Epilepsy is misdiagnosed in 90 000 people a year in England and WalesBMJ 2006; 333 doi: https://doi.org/10.1136/bmj.333.7573.824-a (Published 19 October 2006) Cite this as: BMJ 2006;333:824
Each year more than 90 000 people in England and Wales are wrongly given a diagnosis of epilepsy, a new study has estimated. This scale of misdiagnosis may be resulting in unnecessary costs of as much as £138m (€205m; $257m) a year, it says.
The study, which was published ahead of print publication on 29 September in Seizure (http://www.sciencedirect.com, doi: 10.1016/j.seizure.2006.08.005), says that diagnosing epilepsy is difficult and that misdiagnosis occurs in one in four cases, largely as a result of patients being seen by medical practitioners who are not specialists in epilepsy.
The study's authors, from the Health Services Management Centre at Birmingham University and the National Collaborating Centre for Primary Care at the University of Leicester, recommend that “all individuals with a recent onset suspected seizure need to be seen as soon as possible by a specialist medical practitioner with training and expertise in epilepsy.”
Commissioners of health care should minimise misdiagnosis by ensuring that recent national evidence based guidelines on the management of epilepsy are followed, say the authors, who also developed the 2004 guidelines on epilepsy of the National Institute for Health and Clinical Excellence, the body that advises on use of drugs in the NHS.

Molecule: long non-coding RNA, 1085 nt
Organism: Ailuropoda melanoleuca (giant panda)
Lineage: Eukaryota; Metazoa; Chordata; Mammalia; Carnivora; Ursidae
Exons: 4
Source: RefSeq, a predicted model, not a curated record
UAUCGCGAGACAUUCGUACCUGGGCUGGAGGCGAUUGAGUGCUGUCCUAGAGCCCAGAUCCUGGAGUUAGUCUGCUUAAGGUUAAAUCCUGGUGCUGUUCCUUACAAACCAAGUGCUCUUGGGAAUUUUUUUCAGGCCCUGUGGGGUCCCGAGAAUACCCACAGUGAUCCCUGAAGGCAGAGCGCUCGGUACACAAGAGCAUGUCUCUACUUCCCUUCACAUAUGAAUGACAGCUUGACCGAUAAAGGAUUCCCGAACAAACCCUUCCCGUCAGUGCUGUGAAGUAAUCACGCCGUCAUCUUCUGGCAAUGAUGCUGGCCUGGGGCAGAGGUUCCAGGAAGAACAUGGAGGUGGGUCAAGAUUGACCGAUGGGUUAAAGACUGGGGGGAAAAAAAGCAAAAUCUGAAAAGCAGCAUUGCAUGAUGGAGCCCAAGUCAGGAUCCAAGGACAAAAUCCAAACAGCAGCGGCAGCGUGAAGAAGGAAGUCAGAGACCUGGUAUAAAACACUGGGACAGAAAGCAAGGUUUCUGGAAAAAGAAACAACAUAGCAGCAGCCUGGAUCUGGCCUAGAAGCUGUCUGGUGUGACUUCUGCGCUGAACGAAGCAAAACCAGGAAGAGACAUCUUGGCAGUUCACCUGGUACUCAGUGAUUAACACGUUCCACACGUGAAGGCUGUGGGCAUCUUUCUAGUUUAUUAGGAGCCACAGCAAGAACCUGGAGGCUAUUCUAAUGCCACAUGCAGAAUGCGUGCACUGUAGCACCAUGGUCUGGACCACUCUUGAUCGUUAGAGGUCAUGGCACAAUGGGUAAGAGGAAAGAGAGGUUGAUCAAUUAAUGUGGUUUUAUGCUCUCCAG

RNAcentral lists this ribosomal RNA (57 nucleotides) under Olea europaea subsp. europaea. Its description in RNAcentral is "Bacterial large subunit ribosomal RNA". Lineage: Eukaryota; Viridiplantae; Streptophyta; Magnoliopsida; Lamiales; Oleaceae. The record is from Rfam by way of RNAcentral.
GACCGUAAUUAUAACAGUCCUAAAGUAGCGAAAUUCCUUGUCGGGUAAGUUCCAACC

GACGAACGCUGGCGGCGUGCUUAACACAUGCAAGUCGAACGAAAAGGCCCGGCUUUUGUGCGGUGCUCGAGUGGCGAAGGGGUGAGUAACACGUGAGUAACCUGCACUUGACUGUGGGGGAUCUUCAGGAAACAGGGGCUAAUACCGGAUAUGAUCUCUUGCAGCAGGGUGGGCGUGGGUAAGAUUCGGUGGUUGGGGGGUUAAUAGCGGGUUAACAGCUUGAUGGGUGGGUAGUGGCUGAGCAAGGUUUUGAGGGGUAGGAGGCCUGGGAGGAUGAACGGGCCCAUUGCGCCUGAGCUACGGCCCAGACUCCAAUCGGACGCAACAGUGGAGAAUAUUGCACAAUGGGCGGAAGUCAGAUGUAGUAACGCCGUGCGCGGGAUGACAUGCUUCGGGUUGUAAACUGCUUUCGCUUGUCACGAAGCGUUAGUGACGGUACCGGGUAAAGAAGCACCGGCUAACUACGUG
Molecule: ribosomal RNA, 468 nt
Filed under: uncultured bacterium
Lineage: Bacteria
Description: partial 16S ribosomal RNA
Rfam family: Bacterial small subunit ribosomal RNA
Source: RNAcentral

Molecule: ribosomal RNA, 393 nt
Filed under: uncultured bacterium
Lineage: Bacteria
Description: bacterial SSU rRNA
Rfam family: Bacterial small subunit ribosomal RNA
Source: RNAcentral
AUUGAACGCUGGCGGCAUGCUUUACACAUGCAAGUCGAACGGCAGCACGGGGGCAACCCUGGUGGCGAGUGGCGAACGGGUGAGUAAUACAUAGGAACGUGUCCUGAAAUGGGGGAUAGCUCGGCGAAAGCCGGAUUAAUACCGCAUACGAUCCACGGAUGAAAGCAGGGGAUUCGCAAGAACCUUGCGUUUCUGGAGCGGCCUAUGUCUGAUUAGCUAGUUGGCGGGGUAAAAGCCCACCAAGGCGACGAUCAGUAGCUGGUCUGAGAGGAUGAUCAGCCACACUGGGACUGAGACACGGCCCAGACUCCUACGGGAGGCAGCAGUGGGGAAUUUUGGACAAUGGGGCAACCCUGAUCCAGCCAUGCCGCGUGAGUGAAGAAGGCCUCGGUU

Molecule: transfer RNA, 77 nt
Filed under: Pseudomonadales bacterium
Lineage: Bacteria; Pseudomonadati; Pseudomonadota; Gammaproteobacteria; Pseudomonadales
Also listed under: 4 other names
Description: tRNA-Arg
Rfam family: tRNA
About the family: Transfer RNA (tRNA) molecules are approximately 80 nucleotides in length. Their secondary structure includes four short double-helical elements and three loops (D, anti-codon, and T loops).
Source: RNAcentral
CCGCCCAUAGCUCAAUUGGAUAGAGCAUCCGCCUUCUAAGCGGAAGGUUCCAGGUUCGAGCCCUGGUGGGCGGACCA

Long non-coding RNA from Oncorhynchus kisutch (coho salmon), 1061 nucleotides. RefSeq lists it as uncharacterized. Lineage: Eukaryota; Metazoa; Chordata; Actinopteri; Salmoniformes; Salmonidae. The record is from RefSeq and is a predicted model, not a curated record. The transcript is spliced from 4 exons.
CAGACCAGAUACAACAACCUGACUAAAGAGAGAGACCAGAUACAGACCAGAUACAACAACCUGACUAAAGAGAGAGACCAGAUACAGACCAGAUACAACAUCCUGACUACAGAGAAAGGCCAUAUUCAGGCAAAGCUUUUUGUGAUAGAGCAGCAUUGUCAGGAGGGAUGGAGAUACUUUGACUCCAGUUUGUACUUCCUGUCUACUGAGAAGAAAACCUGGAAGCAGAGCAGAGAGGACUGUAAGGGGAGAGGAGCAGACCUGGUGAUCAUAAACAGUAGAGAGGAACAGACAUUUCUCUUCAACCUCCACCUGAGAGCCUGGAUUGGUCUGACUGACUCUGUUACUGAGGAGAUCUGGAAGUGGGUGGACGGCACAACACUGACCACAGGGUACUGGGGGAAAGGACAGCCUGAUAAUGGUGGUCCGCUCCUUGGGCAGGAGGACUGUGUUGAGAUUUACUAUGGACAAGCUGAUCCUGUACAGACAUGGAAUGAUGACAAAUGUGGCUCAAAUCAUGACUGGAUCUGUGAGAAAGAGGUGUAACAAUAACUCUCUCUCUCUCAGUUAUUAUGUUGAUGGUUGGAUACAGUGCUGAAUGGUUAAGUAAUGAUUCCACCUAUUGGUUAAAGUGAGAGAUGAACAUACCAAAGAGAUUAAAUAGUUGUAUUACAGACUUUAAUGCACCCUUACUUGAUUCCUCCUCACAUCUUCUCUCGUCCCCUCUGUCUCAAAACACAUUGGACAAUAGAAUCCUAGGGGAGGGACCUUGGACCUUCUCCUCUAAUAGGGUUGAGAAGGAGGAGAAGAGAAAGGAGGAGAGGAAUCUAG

People with a misdiagnosis may experience social and financial deprivation, the report says, and in a small number of cases some people may die prematurely.
Little is known about the costs of misdiagnosis of epilepsy in the United Kingdom. One relevant study, published more than 10 years ago, focused on epilepsy in general and not on the specific costs of misdiagnosis, says the report.
The authors used standard costing methods and data from published UK studies on the prevalence of epilepsy and of misdiagnosis and associated costs.
Given a prevalence of epilepsy of 7.7 cases in every 1000 people and a misdiagnosis rate of 23%, the researchers estimated that in 2002 in England and Wales 92 000 people were wrongly given a diagnosis of epilepsy.
The report says that the average medical cost per patient each year of misdiagnosis was £316. It says that the main reasons for the costs are inpatient admissions (accounting for 45% of the total costs), inappropriate prescribing of antiepileptic drugs (26%), attendances at outpatient clinics (16%), and care from GPs (8%).
“The estimated annual medical costs in England and Wales were £29m, while total costs (including community based services costs) could reach up to £138m a year,” the authors wrote.
“This study highlights the serious health consequences for the patients who are misdiagnosed and notes the high rates of potentially avoidable inpatient admissions, outpatient attendances and GP consultations, and the inappropriate prescribing of antiepileptic drugs,” they add.
A correct diagnosis of epilepsy requires the clinician to differentiate between seizures and other causes of transient neurological disturbance and collapse, such as syncope.